LOS ANGELES (Reuters) - Julianne Moore won the best actress Oscar on Sunday for her role as a university professor with Alzheimer’s disease in “Still Alice”.
The win marked Moore’s first Academy Award after being nominated four times previously. The 54-year-old actress was favored to win this year’s prize after picking up Golden Globe, Screen Actors Guild and BAFTA awards earlier this year.
“I read an article that said that winning an Oscar could lead to living five years longer,” Moore said while accepting her award. “If that’s true I’d really like to thank the Academy because my husband is younger than me.”
In “Still Alice,” the veteran actress plays a brilliant lecturer and beautiful redhead who is diagnosed with Alzheimer’s disease at 50. The small budget film was picked up for distribution by Sony Pictures only in September, thanks to Moore’s award-winning potential.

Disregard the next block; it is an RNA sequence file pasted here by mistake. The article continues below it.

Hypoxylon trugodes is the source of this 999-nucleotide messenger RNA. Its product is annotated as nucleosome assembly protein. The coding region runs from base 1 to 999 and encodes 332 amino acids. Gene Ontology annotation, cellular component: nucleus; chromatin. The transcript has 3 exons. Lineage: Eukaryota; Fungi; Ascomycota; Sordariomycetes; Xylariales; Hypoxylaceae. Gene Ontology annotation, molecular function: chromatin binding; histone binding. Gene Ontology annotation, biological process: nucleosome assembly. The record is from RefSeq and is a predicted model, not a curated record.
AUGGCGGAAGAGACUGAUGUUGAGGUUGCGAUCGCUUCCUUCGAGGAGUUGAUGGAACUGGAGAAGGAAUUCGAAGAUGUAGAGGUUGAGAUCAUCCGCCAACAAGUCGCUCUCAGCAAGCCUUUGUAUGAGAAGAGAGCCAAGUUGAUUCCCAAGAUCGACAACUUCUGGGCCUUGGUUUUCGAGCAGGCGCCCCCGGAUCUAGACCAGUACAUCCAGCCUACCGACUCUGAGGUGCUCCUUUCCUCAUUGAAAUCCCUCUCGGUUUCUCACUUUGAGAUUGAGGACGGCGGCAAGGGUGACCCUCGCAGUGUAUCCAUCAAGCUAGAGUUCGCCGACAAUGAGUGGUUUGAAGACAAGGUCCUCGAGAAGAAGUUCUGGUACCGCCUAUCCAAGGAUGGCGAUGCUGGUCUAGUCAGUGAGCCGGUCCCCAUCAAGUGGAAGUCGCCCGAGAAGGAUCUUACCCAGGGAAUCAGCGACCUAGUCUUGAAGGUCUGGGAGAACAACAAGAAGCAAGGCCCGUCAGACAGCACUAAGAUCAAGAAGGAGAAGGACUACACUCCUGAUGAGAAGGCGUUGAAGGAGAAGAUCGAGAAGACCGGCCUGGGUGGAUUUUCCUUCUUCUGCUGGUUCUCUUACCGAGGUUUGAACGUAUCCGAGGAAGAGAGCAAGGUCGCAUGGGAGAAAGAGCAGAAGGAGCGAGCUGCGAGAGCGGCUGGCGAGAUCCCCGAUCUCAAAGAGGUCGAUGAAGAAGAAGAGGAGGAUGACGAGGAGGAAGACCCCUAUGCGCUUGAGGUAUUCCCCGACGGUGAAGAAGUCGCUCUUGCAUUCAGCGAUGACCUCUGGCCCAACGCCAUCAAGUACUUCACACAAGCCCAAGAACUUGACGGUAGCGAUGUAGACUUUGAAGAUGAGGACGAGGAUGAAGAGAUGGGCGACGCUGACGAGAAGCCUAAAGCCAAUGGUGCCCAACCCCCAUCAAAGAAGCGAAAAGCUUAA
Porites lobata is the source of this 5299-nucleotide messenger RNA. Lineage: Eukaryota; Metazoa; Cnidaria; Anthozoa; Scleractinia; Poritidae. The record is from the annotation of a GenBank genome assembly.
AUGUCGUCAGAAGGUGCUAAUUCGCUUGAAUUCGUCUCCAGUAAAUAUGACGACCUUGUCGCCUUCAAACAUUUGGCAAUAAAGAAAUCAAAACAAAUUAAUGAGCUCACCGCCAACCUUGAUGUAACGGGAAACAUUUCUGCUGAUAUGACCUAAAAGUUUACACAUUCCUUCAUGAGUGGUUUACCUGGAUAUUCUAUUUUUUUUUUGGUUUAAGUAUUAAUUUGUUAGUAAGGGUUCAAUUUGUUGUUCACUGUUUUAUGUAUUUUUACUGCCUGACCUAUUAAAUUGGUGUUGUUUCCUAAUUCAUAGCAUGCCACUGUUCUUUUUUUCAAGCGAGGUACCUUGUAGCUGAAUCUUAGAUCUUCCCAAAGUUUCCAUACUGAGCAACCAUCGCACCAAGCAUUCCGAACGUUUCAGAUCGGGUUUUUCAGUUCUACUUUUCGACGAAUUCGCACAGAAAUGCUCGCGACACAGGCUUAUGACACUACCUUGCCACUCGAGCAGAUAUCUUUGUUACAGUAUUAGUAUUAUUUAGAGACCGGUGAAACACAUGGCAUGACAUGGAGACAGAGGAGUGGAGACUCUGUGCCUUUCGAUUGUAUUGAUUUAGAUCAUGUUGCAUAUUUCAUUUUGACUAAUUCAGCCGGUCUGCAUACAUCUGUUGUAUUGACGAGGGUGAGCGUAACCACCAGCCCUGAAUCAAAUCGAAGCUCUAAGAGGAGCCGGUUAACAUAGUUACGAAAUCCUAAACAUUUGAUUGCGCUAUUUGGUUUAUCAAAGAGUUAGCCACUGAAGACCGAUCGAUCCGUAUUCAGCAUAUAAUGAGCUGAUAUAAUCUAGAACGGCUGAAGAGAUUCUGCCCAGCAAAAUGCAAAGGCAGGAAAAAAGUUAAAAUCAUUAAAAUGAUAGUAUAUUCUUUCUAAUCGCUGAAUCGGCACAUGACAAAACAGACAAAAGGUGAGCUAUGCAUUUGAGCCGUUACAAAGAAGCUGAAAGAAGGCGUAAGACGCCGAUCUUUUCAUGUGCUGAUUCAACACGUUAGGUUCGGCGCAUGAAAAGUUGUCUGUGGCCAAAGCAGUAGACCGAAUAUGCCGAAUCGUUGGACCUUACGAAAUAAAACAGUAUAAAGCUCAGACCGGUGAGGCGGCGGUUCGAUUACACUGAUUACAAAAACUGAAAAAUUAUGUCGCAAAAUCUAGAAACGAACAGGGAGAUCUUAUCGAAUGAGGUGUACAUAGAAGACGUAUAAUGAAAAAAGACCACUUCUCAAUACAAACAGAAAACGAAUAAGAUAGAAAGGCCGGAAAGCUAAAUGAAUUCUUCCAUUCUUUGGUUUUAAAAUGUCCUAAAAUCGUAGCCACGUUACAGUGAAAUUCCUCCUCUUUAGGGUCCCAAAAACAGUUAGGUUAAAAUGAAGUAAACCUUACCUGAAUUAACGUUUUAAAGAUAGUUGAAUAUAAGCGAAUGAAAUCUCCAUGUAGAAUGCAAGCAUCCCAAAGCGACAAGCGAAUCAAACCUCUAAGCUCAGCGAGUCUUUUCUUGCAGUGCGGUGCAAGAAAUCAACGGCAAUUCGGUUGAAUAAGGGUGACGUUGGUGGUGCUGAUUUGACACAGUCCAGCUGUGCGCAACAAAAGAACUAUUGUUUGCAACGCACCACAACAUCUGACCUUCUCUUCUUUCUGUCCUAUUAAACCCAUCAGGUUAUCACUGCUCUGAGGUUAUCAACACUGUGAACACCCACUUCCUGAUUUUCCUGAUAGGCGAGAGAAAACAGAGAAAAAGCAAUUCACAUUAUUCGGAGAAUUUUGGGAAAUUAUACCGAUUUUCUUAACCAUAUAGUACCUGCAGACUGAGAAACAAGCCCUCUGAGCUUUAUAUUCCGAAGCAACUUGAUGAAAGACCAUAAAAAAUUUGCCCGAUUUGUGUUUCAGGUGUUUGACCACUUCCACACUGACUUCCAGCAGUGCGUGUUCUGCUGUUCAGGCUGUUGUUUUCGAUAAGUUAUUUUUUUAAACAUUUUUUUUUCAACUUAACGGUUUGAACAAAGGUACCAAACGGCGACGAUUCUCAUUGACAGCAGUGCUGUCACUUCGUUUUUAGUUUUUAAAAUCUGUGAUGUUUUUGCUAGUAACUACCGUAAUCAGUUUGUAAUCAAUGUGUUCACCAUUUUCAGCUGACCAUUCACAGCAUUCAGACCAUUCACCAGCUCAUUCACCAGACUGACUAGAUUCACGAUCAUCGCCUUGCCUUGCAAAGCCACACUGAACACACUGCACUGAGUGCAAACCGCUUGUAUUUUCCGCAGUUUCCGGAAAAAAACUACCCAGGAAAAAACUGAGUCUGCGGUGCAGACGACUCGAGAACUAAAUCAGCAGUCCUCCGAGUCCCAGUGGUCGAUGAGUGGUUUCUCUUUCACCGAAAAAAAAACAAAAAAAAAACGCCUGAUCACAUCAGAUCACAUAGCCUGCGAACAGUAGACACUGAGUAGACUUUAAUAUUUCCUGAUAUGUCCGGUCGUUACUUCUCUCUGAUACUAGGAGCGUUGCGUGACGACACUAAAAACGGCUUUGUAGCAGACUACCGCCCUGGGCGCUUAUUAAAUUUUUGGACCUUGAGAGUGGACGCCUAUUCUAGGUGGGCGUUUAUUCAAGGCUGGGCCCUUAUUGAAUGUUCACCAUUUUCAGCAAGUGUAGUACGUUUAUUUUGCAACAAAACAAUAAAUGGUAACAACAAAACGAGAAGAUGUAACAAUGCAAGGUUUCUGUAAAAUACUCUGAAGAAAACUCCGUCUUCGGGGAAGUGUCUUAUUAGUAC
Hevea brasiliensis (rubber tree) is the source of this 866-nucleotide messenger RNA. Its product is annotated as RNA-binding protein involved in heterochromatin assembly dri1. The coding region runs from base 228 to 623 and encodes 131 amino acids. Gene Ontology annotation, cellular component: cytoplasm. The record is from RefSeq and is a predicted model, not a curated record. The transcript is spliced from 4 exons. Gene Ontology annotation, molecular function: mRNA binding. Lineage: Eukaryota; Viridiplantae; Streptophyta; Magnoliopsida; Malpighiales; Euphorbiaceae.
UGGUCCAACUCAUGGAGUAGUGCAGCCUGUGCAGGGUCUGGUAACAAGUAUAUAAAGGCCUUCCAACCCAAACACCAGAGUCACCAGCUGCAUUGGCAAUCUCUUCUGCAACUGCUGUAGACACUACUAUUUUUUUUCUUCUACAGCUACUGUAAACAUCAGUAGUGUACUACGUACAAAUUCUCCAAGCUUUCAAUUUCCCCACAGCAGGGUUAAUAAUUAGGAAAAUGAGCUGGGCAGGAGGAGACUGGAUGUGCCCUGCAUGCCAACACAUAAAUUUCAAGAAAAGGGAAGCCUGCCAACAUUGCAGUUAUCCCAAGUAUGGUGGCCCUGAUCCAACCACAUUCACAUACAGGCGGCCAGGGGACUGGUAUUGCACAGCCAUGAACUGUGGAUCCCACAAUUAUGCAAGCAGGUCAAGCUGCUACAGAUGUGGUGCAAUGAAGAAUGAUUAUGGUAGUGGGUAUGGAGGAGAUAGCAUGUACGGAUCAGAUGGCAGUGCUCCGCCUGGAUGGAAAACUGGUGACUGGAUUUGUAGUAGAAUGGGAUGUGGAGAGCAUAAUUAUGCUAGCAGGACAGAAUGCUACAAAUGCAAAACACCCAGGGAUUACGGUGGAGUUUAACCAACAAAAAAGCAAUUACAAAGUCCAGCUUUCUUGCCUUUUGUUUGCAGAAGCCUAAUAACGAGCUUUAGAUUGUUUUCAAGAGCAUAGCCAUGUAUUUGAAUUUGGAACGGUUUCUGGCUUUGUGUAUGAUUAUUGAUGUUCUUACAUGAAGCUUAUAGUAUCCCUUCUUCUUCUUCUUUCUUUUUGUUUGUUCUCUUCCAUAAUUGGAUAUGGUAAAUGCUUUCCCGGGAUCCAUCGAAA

Last year, she said she was attracted to the role because she had never seen Alzheimer’s portrayed from the point of view of the patient.
The film was adapted from the novel “Still Alice” by Lisa Genova and was directed by Richard Glatzer and Wash Westmoreland.
Moore has been among Hollywood’s most celebrated actresses for the last 20 years, earning Oscar nominations for previous roles in “Boogie Nights,” “The End of the Affair,” “The Hours” and “Far from Heaven.”
She also won an Emmy in 2012 for her acclaimed turn as politician Sarah Palin in the television movie “Game Change.”
Reporting By Nichola Groom; Editing by Sandra Maler and Ken Wills